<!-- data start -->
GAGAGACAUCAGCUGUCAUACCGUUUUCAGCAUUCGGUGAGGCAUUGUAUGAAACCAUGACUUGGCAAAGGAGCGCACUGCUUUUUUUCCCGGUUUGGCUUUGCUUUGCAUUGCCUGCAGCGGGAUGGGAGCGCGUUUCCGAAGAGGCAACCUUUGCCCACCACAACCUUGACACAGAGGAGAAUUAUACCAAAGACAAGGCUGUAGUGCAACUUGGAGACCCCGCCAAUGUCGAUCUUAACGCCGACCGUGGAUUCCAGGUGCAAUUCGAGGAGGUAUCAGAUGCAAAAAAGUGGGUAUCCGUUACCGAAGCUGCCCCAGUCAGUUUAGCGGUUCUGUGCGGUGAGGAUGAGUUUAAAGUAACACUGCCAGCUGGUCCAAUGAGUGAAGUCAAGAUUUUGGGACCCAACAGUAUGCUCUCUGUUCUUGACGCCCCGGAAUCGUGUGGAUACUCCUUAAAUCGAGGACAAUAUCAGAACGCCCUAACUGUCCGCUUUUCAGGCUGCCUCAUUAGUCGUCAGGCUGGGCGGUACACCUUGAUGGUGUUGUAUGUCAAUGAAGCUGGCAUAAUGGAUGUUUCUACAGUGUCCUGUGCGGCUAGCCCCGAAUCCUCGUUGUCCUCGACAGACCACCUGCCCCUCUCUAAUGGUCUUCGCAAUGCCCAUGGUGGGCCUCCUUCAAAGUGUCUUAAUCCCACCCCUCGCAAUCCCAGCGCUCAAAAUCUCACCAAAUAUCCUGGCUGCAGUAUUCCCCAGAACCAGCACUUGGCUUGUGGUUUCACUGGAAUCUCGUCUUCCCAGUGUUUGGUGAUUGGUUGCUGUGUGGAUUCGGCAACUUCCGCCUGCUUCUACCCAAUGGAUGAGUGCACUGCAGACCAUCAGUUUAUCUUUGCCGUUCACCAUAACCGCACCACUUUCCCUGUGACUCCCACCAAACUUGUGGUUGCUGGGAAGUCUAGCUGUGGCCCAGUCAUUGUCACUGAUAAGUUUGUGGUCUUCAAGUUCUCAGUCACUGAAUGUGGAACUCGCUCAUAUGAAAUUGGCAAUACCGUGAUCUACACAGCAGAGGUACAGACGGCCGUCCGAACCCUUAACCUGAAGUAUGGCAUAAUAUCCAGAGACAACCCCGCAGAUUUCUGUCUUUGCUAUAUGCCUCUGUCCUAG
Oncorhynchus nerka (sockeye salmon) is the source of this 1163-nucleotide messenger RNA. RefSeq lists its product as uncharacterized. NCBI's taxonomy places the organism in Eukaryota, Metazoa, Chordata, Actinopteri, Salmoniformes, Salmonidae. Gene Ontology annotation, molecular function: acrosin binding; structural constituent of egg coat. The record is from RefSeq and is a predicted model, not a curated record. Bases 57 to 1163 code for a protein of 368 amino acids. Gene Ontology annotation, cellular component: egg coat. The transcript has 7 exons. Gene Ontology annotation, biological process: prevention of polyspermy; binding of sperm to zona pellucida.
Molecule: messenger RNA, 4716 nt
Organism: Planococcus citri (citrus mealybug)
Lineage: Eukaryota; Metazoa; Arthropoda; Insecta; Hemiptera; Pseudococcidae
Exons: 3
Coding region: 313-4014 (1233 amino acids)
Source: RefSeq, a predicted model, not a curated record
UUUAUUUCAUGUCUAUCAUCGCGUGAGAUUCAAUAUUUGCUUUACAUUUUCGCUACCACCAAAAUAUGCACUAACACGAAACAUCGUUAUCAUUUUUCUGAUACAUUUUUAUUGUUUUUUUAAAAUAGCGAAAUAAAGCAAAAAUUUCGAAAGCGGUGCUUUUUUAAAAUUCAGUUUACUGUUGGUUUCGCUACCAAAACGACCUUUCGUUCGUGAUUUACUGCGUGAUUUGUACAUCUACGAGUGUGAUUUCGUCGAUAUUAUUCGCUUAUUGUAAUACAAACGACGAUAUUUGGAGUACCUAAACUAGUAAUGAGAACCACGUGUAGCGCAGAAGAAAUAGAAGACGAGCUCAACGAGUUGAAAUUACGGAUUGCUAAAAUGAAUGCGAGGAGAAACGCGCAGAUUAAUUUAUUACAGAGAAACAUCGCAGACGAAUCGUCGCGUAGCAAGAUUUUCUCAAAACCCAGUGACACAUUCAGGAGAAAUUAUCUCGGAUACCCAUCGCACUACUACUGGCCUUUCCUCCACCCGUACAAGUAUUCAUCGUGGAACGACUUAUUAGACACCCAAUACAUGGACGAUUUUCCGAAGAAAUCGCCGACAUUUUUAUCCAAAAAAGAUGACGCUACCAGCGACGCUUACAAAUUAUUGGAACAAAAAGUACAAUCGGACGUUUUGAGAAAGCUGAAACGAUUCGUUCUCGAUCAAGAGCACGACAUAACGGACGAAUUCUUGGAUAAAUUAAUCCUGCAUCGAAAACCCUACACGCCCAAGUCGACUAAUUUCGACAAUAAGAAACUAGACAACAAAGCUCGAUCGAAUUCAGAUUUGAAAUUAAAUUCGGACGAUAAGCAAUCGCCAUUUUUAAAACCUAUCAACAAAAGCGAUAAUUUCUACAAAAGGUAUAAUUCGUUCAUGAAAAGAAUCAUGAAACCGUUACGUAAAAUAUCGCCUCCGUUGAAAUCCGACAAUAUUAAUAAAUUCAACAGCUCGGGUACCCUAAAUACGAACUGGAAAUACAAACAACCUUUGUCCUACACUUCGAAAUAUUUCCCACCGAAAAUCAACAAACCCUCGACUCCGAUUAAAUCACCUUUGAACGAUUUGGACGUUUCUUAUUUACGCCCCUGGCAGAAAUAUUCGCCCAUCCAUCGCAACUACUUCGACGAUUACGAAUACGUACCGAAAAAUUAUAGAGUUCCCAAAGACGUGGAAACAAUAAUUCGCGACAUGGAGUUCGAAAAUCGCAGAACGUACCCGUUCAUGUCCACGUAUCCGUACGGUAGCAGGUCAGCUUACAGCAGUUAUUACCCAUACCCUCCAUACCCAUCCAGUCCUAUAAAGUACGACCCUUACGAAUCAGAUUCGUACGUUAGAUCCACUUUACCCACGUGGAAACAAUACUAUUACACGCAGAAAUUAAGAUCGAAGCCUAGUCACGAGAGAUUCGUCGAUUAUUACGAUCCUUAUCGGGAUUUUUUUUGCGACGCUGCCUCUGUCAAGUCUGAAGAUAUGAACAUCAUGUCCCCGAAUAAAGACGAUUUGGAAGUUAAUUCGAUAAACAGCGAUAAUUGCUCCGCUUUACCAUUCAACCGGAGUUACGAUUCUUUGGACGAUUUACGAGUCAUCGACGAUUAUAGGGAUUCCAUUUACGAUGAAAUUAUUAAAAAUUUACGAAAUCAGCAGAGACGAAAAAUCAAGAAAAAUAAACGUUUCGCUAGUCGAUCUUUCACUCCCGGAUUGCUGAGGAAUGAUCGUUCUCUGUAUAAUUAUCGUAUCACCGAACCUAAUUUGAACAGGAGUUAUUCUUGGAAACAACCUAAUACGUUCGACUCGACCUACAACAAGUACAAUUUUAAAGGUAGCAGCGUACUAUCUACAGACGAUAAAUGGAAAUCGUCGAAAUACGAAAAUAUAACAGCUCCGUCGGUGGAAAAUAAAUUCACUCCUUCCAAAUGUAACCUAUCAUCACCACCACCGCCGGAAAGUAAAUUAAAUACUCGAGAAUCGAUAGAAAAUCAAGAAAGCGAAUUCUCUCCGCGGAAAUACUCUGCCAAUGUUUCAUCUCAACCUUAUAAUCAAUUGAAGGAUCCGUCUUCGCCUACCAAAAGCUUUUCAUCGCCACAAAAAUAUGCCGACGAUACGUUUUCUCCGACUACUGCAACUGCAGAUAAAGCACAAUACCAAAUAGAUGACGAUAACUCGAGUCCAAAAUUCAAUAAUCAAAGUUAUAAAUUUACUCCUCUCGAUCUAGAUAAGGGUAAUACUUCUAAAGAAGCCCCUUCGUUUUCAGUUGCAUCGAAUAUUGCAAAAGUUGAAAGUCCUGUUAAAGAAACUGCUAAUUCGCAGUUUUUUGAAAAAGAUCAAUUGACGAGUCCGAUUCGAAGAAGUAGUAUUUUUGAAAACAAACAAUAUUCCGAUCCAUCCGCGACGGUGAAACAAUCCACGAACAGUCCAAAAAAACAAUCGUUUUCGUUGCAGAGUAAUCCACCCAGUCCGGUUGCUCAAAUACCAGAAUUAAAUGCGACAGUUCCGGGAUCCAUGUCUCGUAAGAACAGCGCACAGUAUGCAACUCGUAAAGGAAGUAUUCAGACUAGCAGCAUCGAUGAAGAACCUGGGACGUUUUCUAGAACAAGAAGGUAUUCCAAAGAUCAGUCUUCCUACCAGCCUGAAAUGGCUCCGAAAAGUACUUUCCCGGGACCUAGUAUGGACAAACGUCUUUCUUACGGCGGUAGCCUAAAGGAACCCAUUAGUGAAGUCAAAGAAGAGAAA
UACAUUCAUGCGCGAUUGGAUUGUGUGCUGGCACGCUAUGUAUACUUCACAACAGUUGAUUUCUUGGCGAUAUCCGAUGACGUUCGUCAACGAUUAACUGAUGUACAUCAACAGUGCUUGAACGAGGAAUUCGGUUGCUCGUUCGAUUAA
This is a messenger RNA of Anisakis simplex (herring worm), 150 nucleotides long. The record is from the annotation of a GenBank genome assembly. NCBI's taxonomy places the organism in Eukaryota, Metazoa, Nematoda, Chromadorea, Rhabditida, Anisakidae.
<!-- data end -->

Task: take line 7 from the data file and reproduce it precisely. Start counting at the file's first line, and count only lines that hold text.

Coding region: 313-4014 (1233 amino acids)